Our slogan, "Is this a private fight or can anyone join in" was on stage this week after Monday's blog about NPR selling out to Wal-Mart. To her credit, Joy Cardin invited me to spend an hour discussing the role of corporate spending on NPR. As she said, today we will "bite the hand that feeds us."
At the end of the program she told the listening audience she would invite NPR's ombudsman to appear, and, indeed he did appear yesterday. It was a superb progam. Jeffrey Dvorkin spent an hour with Joy. I was, frankly, amazed as he agreed with most of the FightingBob.com criticism and admitted Wal-Mart is giving NPR more than $1 million while neither NRP nor Wal-Mart will say exactly how much. Sort of like the ethics statements for incumbents. "Check one: Assets between $25,000 and $100,000 or "over $100,000." The citizen does not learn much.
Dvorkin agreed that NPR should not have accepted the Wal-Mart deal! Now that is progress.
We will continue this story here, but in the meantime, good for Joy Cardin.
August 19, 2004
Monday's GarveyBlog focused on the efforts of Wal-Mart to use National Pubic Radio to improve its image. The next day Wisconsin Public Radio's Joy Cardin called to invite me to spend an hour discussing the Wal-Mart-NPR arrangement. It was an interesting hour with lots of callers and good discussion.
What came up often is the lack of information the public radio contributors can obtain from NPR. How much is Wal-Mart paying NPR? No one at Wisconsin Public Radio knows and NPR will not tell anyone because it is "a private company with public support". How much does Archer Daniels Midland pay? Again, that is secret information. It shouldn't be.
I congratulated Joy for having me on her talk show and contrasted her openness with WTMJ's Charlie Sykes, who would never permit a balanced approach on his 3.5 hours of Limbaugh-lite in Milwaukee. It is precisely for that reason we need to maintain the independence of WPR from the corporate funders. Inevitably, money given behind closed doors leads to mischief. Show me the politician who says he is not influenced by a $100,000 contribution and I will show you a liar. Are the NPR marketing folks immune? I doubt it.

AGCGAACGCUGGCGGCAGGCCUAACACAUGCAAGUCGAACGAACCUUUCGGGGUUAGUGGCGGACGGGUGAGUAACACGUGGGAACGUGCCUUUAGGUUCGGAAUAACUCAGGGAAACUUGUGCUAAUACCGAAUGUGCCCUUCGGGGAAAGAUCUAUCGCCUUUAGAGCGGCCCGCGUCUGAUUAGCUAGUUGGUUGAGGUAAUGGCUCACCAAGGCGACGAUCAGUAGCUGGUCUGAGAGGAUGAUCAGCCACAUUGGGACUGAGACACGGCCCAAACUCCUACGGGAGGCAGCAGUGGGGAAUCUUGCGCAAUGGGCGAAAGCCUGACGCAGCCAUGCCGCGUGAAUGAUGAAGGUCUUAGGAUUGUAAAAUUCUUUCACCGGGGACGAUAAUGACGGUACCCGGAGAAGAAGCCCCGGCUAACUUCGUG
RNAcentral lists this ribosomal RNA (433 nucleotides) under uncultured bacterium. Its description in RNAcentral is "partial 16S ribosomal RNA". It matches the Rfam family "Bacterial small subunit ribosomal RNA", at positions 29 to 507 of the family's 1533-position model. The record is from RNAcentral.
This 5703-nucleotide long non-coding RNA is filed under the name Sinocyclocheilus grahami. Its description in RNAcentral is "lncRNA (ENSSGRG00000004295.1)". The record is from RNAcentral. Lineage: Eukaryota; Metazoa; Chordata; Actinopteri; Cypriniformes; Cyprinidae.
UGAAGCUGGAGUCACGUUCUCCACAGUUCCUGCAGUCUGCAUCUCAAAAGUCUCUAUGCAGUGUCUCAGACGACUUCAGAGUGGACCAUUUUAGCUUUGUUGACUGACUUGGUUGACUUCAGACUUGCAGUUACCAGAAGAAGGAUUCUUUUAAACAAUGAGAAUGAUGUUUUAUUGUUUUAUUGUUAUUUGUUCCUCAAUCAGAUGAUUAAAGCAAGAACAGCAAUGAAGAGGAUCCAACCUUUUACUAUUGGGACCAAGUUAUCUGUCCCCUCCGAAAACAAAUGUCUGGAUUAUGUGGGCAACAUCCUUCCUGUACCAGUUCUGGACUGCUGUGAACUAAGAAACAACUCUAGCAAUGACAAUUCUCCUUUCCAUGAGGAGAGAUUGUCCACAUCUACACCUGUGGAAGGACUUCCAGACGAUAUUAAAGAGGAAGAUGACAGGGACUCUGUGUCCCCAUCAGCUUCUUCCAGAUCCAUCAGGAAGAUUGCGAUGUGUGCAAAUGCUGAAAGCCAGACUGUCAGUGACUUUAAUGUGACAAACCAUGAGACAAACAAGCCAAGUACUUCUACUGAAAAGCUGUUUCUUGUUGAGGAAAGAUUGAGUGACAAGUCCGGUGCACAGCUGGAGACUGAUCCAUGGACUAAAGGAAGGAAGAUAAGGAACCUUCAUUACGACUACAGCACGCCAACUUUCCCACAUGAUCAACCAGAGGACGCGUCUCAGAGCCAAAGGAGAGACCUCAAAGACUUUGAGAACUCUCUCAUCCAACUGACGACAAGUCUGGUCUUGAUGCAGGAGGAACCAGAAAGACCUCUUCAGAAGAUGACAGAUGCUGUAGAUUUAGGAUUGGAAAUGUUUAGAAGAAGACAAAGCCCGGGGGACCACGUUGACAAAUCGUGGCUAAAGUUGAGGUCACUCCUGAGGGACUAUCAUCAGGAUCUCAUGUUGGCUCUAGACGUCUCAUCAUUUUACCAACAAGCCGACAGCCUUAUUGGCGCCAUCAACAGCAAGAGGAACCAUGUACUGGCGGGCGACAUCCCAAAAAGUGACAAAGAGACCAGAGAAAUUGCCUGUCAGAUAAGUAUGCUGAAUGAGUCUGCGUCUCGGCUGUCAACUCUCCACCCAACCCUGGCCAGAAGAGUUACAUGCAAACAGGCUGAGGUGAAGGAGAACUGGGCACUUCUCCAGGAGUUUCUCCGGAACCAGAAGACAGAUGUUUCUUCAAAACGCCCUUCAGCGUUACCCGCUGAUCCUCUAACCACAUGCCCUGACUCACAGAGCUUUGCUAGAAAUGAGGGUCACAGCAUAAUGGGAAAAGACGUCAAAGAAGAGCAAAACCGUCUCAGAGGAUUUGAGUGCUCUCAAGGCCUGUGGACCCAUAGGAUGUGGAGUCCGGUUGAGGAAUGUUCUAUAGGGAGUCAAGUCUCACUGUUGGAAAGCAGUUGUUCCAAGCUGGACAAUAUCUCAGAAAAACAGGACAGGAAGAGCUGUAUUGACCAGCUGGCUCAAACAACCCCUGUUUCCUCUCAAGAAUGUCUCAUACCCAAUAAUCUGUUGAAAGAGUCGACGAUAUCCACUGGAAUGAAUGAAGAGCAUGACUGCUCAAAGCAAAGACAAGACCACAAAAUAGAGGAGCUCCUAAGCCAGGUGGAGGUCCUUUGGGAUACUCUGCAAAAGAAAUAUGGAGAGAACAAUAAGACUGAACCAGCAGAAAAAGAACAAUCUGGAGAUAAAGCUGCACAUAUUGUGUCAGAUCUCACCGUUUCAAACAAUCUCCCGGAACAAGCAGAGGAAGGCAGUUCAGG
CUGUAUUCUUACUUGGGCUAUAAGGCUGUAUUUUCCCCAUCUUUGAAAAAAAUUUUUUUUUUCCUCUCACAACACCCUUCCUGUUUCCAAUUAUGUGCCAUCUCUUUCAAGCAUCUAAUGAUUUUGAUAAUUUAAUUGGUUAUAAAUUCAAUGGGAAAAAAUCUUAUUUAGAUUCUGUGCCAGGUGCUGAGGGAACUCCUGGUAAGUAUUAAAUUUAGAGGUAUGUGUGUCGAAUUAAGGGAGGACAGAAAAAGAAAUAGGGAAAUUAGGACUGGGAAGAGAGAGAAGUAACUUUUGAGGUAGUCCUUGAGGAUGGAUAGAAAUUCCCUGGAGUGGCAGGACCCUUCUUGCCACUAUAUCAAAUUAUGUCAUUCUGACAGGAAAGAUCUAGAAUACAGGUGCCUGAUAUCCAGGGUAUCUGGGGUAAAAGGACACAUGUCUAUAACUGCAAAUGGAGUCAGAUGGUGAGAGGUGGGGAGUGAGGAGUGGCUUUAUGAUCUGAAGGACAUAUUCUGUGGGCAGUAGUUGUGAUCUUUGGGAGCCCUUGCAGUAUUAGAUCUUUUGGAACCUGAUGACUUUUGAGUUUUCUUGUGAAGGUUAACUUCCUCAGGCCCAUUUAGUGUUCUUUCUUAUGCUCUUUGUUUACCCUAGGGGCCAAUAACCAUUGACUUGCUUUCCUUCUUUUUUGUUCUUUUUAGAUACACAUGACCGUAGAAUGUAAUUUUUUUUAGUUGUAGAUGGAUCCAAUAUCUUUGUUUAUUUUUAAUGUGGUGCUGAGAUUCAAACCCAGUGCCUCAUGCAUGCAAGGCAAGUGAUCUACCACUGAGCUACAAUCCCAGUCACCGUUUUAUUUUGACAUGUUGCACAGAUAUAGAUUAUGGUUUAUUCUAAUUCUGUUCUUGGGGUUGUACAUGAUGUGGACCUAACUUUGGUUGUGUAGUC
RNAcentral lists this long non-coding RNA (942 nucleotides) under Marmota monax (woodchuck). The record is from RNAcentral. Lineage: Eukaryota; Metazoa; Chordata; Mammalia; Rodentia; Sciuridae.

This will be a hot topic at Fighting Bob Fest on September 18 when Bob McChesney and John Nichols take the stage. In the meantime, we welcome your thoughts. Should NPR take money from Wal-Mart or Halliburton?
August 18, 2004
Remember when the Supreme Court said in 1954 that schools must be integrated "with all deliberate speed"? Well, Wisconsin has been a state for 156 years and now we will have our first African American Supreme Court Justice. We certainly took our time.
Judge Louis Butler is a great choice. He ran for the office once before and learned much about the state in the process. He lives in Milwaukee, one of the most segregated cities in America, and he understands the importance of access to the courts for all people.
We may not be moving with all deliberate speed, but at least we are moving. Less than two years ago, Paul Higginbotham was the first African American appointed to an appeals court in Wisconsin. Tammy Baldwin was the first woman elected to Congress from Wisconsin and Gwen Moore could well become the first African American elected to Congress from Wisconsin. "With all deliberate speed..."
Congratulations to Louis Butler and to Governor Jim Doyle. Wisconsin will be a better state because of this appointment.
August 16, 2004
NPR sells out to Wal-Mart
The New York Times headline screamed, "Wal-Mart Tries to Shine Its Image by Supporting Public Broadcasting." So what you say? In defending the tie with Wal-Mart, National Public Radio spokeswoman Jenny Lawhorn said its audience consisted of "intelligent and well-educated people who tend to be business leaders and tend to be engaged in the civic process." (We have engaged a linguist to interpret whatever it was that Ms. Lawhorn was trying to say.)
NPR refuses to say how much Wal-Mart is paying NPR. I'm not kidding, it is apparently none of your business. Interestingly, Wal-Mart seems to have purchased talk time hosted by Tavis Smiley on PBS.
The NPR ombudsman wrote, "Wal-Mart symbolizes values that some of our listeners believe to be antithetical to the values of public radio." No kidding, Jack.